If you’re a small business owner (or any business owner for that matter), then you’ve probably quickly figured out that an online presence is an absolute must. Creating a website has many benefits – like sharing your brand’s story, giving the option for online purchases, generating leads, etc. Chances are high that you’ve come across WordPress as a viable option to build your online platform, but there’s one small (read: big) detail that you may be a bit confused about.
WordPress itself comes in two forms: WordPress.com and WordPress.org. While the two are similar in the fact that they’ll allow you the same end result of a beautifully crafted website, the process of getting there is completely different.
If you’ve ever heard of WordPress, it’s highly likely that the person speaking was talking about WordPress.org. It’s known as “the real WordPress.” This .org version is open-source and completely free for anyone and everyone to build their own website. You’ll just need your own domain name and web hosting, both of which start at a minimal cost wherever you choose to get them.
WordPress.org gives you the freedom to customise your site however you want. You can utilize plugins and apps to help you build the site, many of which are also free. Themes are also available to all WordPress.org users. These themes come both free and paid with a vast array of options for every type of business or website.
In addition to its ease of use, WordPress.org also gives users the ability to monetise their site using your own ads. You can also track your website traffic and leverage the power of Google Analytics – both of which are a must if you’re actively trying to increase your online presence.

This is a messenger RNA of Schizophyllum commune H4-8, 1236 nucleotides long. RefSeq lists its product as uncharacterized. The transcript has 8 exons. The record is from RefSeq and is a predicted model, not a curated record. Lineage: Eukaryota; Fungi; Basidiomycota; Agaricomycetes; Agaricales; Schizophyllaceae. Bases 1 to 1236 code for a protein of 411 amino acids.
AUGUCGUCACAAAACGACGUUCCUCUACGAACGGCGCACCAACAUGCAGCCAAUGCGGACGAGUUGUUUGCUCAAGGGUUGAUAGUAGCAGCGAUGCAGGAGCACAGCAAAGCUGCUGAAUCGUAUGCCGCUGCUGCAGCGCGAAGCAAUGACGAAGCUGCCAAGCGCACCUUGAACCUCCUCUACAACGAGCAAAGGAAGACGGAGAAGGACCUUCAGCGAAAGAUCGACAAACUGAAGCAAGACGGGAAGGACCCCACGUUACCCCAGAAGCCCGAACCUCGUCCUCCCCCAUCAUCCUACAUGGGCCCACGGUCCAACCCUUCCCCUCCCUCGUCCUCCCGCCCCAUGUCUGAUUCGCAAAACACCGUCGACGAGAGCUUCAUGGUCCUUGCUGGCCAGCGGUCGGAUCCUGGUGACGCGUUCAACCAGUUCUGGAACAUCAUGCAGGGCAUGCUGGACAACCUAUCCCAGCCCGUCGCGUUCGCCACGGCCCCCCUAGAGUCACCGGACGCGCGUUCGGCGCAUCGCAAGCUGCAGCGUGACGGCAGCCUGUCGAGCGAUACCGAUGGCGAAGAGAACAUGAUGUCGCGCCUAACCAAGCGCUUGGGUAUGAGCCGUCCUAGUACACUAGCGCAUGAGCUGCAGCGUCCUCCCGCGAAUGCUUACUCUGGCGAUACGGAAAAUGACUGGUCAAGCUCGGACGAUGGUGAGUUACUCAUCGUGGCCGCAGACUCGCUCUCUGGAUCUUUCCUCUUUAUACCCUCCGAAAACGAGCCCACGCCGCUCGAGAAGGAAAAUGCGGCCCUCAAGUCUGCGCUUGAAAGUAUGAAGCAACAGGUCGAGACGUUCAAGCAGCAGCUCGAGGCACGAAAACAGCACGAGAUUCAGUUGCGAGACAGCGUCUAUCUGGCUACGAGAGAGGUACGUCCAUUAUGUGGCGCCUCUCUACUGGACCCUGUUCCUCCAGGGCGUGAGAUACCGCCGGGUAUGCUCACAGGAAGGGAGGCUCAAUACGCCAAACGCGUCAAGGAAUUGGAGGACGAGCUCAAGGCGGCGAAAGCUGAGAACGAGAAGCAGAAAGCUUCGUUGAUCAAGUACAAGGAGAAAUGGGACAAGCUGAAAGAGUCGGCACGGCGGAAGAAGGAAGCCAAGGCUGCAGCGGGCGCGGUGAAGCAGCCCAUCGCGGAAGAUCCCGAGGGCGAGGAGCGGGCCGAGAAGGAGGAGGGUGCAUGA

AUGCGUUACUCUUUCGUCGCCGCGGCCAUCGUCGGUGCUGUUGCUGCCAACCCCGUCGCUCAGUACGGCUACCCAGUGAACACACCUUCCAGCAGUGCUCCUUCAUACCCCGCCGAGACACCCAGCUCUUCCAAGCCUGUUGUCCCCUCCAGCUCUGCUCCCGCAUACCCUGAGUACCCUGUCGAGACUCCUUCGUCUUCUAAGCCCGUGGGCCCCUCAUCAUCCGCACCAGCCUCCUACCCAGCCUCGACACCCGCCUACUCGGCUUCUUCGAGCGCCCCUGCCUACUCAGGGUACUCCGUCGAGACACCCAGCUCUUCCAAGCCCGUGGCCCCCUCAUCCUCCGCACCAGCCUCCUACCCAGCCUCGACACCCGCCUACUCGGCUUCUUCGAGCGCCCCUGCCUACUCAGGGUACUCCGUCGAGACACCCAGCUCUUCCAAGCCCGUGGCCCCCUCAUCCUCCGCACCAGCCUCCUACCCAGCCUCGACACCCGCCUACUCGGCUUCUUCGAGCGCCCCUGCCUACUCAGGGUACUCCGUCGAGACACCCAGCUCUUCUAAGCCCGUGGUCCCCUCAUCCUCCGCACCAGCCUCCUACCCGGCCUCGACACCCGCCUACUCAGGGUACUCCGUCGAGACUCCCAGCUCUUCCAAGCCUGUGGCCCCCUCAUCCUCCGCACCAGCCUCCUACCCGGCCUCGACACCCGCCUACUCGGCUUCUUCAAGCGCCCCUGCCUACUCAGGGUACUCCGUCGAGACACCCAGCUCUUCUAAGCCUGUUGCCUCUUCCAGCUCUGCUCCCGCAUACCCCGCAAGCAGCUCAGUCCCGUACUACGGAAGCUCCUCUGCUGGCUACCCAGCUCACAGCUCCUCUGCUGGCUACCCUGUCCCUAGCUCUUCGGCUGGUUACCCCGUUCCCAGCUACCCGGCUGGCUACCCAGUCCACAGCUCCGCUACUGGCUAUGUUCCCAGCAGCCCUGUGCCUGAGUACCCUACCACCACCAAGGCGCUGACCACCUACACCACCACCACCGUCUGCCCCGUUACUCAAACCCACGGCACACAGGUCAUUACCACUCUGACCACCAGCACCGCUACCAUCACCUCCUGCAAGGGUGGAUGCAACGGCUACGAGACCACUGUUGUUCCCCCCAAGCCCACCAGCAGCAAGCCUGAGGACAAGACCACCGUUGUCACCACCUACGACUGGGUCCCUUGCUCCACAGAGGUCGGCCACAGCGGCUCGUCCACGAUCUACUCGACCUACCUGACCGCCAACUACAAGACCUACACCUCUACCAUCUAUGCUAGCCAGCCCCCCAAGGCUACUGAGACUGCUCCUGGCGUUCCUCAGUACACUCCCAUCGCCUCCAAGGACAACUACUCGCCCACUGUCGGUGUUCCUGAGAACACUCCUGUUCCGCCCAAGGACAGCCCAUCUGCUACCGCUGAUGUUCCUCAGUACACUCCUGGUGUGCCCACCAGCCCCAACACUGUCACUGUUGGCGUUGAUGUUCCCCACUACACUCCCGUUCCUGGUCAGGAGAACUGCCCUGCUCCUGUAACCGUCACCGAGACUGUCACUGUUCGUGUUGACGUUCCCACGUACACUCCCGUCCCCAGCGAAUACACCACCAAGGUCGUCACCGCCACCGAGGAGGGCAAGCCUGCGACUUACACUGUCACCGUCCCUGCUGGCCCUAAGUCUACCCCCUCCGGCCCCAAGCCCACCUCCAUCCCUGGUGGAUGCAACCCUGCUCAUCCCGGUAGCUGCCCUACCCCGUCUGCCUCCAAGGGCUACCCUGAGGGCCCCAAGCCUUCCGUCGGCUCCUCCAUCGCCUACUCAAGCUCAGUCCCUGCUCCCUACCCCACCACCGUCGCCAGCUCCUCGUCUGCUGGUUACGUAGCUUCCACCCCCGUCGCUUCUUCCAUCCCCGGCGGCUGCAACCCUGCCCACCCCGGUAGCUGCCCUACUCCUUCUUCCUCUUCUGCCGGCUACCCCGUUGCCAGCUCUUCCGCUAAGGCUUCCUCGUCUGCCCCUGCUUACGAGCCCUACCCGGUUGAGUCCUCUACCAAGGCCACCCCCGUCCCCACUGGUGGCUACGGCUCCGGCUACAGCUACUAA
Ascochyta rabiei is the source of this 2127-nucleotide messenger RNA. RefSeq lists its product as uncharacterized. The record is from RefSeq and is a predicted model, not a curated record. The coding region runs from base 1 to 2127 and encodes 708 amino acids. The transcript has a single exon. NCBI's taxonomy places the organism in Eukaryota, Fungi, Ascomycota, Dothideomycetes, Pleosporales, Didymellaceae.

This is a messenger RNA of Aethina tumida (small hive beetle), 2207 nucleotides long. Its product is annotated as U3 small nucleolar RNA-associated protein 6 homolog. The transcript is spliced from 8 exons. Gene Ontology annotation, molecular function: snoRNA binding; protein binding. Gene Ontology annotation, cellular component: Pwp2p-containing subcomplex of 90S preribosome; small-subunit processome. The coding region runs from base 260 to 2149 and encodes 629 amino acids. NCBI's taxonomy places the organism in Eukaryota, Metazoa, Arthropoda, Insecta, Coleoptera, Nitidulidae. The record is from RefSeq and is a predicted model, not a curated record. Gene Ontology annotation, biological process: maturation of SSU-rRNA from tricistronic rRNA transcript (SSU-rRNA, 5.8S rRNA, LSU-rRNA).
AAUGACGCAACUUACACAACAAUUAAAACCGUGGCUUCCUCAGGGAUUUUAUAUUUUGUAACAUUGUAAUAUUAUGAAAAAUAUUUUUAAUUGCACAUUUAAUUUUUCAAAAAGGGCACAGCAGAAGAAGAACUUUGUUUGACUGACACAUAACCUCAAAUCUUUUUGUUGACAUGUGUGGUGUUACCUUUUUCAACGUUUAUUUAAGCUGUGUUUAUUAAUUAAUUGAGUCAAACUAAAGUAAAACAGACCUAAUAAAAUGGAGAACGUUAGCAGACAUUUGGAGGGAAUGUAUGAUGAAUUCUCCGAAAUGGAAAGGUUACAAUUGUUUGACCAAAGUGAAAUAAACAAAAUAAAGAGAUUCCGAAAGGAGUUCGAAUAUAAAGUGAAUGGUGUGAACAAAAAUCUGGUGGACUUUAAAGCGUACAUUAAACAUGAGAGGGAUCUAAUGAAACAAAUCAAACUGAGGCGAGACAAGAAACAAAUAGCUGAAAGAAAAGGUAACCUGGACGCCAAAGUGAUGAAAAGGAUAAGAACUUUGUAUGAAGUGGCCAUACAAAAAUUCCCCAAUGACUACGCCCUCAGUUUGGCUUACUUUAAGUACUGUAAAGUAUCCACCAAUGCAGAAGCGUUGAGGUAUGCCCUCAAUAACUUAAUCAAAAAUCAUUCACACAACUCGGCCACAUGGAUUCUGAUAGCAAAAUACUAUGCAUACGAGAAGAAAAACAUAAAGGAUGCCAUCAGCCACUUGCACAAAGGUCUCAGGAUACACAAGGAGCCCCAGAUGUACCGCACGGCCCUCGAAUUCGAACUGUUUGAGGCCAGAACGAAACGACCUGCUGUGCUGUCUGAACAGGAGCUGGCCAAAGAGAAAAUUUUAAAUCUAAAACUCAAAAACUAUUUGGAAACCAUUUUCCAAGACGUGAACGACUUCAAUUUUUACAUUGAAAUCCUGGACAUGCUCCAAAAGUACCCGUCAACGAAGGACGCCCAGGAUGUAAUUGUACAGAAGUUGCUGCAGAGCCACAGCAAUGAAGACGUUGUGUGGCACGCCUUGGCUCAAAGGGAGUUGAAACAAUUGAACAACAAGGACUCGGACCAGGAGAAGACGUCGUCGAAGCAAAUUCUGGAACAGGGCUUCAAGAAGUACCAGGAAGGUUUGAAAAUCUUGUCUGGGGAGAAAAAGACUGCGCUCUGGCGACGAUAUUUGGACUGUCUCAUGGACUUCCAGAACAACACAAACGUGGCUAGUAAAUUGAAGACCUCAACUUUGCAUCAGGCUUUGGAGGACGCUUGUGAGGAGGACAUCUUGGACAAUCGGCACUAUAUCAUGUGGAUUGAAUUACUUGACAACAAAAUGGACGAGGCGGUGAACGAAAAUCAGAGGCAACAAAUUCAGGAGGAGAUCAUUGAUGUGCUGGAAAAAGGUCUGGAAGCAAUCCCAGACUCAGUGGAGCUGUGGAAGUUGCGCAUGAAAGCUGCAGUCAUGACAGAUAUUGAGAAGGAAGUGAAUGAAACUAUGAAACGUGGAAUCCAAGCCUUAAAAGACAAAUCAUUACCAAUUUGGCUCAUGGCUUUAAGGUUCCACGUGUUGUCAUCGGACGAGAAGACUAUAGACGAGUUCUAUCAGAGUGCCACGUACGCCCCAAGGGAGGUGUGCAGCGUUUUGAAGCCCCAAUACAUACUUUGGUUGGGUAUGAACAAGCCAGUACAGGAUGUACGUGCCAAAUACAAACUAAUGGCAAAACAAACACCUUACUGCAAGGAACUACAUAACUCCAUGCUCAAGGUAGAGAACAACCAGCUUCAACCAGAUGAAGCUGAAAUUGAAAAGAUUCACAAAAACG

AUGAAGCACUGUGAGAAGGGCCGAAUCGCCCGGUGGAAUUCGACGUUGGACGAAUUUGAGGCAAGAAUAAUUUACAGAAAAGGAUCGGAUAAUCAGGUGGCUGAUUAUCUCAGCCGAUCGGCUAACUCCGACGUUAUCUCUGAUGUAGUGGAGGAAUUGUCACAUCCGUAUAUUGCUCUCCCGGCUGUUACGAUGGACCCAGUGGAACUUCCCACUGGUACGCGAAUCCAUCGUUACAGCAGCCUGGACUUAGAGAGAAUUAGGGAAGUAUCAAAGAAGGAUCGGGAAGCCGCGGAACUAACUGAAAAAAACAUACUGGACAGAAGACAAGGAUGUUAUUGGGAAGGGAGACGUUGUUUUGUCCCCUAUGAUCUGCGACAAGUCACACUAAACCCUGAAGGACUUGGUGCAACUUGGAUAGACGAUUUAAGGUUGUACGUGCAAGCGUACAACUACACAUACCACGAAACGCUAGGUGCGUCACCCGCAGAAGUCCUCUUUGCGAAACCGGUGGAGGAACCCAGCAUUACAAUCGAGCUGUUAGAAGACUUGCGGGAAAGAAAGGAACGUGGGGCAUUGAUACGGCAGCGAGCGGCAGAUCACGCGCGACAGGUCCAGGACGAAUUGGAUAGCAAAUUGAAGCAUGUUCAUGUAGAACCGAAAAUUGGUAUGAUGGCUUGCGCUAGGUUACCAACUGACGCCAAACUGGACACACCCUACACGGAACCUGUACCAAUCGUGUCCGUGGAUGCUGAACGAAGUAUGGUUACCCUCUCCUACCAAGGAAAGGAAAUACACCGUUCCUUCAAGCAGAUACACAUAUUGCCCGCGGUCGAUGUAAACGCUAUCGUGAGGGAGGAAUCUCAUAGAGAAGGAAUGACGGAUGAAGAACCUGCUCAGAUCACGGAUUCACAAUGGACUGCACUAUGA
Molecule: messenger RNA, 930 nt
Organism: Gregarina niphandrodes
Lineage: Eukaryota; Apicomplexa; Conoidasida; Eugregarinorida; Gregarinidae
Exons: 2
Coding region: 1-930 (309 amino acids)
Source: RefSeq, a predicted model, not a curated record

The .com version of WordPress is similar, yet strikingly different. It was created by WordPress.org’s co-founder, Matt Mullenweg (hence the very similar domain name). WordPress.com gives users the choice between five different plans, ranging from free to $5,000+ per month.
Unlike it’s .org counterpart, WordPress.com does not allow you to monetise your site through ads. It’s quite the opposite, in fact. There will be ads on your site (for which you don’t profit whatsoever) unless you upgrade to a paid plan, which starts at £36 per year. You can apply for WordAds only if you have a high-traffic site. WordAds is WordPress.com’s advertising program which does allow you to make money from ads with one caveat: you must share the profits with WordPress.com.
WordPress.com doesn’t allow you to use plugins unless you upgrade to the Business plan at £240 per year. Even then you’ll only have access to a limited number of plugins to choose from. It’s not until you spring for the VIP plan for a massive $5,000+ per month that you’ll be able to install the plugins of your choice.
The accessibility to custom themes is limited in comparison to the WordPress.org options. Additionally, your access to your site’s analytics is limited to just WordPress.com’s stats unless you have a Business plan. They also reserve the right to delete your website at any time if they feel you’ve violated their terms of service. Plus the ability to run a WordPress.com site for eCommerce is severely limited when compared to WordPress.org and your WordPress.com site will be branded with a WordPress domain unless you have a paid plan.
The Choice Depends On You
While it may be clear to you now that many would argue that WordPress.com has substantially more cons than WordPress.org, both are great options for building a website. You must determine what your site’s needs will be and what your long term goal is. With this information, you’ll be able to determine which platform is the best fit for your brand.
If you need help with your WordPress.org website in terms of support, design, security, hosting or anything technical, then be sure to check out WP Support Consulting.